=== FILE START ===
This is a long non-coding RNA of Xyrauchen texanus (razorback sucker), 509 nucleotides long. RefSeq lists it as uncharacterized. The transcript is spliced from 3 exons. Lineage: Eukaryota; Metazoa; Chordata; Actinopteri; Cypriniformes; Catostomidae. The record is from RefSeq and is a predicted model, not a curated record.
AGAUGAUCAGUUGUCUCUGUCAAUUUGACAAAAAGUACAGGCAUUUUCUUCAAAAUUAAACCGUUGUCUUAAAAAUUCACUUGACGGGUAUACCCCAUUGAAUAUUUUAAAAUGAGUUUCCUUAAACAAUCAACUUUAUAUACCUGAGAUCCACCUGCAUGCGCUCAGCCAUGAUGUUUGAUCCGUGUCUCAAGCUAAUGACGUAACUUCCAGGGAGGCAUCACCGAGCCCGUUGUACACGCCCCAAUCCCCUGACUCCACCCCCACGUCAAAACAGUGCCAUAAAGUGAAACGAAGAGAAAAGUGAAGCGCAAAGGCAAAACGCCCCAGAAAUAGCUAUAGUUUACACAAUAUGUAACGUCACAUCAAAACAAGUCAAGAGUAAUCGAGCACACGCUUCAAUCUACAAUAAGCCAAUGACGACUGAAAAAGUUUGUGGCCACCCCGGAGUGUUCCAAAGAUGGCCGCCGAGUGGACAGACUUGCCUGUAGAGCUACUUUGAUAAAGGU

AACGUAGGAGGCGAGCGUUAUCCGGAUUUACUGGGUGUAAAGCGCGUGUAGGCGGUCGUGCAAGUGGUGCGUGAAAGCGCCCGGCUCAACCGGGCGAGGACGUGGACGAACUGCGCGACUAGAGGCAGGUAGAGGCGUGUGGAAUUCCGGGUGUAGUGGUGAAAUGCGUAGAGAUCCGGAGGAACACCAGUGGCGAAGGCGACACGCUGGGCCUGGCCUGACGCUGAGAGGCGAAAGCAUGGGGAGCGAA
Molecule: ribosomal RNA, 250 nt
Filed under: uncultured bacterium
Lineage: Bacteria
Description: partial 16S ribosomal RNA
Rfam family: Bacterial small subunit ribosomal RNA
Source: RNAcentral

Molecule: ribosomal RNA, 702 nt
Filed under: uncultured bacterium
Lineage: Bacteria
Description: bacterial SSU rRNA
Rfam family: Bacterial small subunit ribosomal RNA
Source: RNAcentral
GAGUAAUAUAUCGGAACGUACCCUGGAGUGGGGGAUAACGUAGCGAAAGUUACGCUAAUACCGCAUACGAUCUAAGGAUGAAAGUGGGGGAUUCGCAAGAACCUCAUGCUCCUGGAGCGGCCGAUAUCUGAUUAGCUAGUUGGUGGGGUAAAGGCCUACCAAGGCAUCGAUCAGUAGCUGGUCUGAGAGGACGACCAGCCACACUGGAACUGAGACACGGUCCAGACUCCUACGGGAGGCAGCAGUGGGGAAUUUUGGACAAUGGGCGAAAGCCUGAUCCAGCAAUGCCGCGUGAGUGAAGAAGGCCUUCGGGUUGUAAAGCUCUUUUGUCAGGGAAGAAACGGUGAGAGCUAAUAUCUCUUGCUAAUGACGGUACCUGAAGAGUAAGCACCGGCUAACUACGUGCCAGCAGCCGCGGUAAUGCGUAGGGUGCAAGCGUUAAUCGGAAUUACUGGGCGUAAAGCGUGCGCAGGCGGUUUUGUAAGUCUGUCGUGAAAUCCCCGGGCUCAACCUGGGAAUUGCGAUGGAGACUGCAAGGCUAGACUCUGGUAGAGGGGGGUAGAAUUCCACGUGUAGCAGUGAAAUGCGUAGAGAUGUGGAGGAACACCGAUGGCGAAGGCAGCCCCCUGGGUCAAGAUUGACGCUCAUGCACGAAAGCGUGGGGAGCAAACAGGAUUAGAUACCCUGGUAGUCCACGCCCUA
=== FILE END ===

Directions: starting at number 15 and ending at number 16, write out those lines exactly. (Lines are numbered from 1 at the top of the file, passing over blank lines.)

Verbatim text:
Source: RNAcentral
GAGUAAUAUAUCGGAACGUACCCUGGAGUGGGGGAUAACGUAGCGAAAGUUACGCUAAUACCGCAUACGAUCUAAGGAUGAAAGUGGGGGAUUCGCAAGAACCUCAUGCUCCUGGAGCGGCCGAUAUCUGAUUAGCUAGUUGGUGGGGUAAAGGCCUACCAAGGCAUCGAUCAGUAGCUGGUCUGAGAGGACGACCAGCCACACUGGAACUGAGACACGGUCCAGACUCCUACGGGAGGCAGCAGUGGGGAAUUUUGGACAAUGGGCGAAAGCCUGAUCCAGCAAUGCCGCGUGAGUGAAGAAGGCCUUCGGGUUGUAAAGCUCUUUUGUCAGGGAAGAAACGGUGAGAGCUAAUAUCUCUUGCUAAUGACGGUACCUGAAGAGUAAGCACCGGCUAACUACGUGCCAGCAGCCGCGGUAAUGCGUAGGGUGCAAGCGUUAAUCGGAAUUACUGGGCGUAAAGCGUGCGCAGGCGGUUUUGUAAGUCUGUCGUGAAAUCCCCGGGCUCAACCUGGGAAUUGCGAUGGAGACUGCAAGGCUAGACUCUGGUAGAGGGGGGUAGAAUUCCACGUGUAGCAGUGAAAUGCGUAGAGAUGUGGAGGAACACCGAUGGCGAAGGCAGCCCCCUGGGUCAAGAUUGACGCUCAUGCACGAAAGCGUGGGGAGCAAACAGGAUUAGAUACCCUGGUAGUCCACGCCCUA